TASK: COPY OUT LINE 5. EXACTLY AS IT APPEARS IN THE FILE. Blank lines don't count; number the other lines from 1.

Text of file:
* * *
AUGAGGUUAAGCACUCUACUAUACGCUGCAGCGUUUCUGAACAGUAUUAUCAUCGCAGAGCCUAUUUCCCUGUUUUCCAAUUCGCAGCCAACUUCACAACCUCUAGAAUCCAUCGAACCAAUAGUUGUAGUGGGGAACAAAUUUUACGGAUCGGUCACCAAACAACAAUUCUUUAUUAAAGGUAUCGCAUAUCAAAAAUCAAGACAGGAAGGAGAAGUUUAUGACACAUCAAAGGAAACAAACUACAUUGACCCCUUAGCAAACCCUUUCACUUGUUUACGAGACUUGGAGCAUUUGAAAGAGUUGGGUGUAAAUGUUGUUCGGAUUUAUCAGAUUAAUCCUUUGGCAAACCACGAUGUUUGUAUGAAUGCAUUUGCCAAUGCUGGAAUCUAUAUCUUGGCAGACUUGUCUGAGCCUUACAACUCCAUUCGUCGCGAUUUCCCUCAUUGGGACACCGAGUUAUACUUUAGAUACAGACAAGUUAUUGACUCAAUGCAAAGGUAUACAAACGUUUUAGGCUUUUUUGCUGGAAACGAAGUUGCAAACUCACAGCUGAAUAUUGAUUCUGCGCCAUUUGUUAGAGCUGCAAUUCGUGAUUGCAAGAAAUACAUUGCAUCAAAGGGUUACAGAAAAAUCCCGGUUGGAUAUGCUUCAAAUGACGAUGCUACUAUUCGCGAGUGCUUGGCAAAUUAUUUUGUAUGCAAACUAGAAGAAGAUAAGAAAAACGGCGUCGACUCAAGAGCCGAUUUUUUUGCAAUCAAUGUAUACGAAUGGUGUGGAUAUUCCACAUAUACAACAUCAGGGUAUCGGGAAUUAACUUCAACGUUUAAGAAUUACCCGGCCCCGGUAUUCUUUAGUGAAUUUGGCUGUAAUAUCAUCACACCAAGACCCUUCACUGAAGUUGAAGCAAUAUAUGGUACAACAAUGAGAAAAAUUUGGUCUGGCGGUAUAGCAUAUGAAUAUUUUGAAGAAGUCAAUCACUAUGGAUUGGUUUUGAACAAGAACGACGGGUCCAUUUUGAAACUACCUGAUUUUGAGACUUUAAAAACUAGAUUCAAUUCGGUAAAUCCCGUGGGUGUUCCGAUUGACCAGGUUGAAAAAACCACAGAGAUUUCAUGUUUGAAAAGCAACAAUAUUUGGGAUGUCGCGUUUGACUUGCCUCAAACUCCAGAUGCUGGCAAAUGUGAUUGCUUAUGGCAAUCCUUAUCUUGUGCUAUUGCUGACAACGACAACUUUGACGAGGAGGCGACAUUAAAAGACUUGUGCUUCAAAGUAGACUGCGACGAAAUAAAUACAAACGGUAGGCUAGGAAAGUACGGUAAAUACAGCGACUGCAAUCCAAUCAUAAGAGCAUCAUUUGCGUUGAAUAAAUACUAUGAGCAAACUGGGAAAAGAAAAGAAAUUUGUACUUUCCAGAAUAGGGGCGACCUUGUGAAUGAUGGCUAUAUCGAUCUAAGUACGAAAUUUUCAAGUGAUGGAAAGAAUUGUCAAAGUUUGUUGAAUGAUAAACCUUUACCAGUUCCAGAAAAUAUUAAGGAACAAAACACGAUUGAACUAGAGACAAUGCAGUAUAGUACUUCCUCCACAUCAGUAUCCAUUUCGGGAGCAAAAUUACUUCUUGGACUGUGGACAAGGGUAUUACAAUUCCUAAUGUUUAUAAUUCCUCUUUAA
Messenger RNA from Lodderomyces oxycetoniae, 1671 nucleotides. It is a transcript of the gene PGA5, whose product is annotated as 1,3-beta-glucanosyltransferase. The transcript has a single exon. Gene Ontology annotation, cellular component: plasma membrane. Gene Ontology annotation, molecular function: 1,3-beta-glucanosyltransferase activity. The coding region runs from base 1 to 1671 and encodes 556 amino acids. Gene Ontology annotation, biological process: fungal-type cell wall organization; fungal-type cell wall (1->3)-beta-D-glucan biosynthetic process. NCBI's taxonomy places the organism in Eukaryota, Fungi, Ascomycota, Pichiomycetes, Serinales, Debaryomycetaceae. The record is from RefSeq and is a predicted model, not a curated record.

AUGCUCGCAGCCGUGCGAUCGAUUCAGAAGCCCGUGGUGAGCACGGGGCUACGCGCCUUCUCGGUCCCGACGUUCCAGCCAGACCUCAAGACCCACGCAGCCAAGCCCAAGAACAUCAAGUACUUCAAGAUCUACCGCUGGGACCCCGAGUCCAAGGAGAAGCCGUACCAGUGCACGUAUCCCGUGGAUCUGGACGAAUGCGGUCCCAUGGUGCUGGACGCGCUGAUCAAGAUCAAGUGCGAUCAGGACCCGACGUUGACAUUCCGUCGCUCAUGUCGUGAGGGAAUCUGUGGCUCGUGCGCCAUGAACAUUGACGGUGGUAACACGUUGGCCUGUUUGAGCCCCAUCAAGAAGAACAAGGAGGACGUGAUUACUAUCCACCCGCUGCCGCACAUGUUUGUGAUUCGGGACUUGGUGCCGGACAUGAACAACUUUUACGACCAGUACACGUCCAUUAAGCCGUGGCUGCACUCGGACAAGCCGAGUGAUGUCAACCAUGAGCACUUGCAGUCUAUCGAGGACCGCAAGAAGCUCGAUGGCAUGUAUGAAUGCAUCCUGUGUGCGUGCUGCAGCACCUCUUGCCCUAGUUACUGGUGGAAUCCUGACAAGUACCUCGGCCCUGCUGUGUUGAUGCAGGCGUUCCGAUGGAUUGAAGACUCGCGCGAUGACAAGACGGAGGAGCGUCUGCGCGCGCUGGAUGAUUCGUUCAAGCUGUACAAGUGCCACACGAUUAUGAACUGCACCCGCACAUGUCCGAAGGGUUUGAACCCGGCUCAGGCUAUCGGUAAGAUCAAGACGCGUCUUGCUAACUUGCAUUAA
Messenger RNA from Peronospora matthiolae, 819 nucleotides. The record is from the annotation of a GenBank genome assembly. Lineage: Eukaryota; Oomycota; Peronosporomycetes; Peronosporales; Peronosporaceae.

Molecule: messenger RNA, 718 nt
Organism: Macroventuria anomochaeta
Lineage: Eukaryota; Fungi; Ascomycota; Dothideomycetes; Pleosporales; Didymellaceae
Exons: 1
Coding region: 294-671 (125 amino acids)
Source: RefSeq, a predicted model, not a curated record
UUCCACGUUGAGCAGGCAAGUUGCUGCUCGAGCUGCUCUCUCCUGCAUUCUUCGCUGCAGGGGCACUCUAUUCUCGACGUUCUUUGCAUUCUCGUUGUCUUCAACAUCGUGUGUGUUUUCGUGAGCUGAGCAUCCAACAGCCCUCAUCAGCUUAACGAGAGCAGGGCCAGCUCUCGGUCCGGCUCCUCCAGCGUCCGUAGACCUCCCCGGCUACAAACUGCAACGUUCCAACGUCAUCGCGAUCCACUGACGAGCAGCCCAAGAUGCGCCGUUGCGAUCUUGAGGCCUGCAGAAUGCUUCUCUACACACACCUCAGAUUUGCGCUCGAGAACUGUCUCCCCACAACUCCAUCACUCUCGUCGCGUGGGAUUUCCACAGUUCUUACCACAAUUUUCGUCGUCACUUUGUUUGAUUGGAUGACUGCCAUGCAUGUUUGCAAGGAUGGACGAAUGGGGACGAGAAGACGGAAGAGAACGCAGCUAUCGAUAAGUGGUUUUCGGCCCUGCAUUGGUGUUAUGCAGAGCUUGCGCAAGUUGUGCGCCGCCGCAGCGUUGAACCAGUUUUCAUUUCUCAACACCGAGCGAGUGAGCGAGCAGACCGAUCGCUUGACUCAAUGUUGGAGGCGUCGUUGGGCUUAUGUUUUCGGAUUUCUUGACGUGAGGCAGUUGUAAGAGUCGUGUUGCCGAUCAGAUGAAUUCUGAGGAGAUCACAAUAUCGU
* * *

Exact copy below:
Molecule: messenger RNA, 718 nt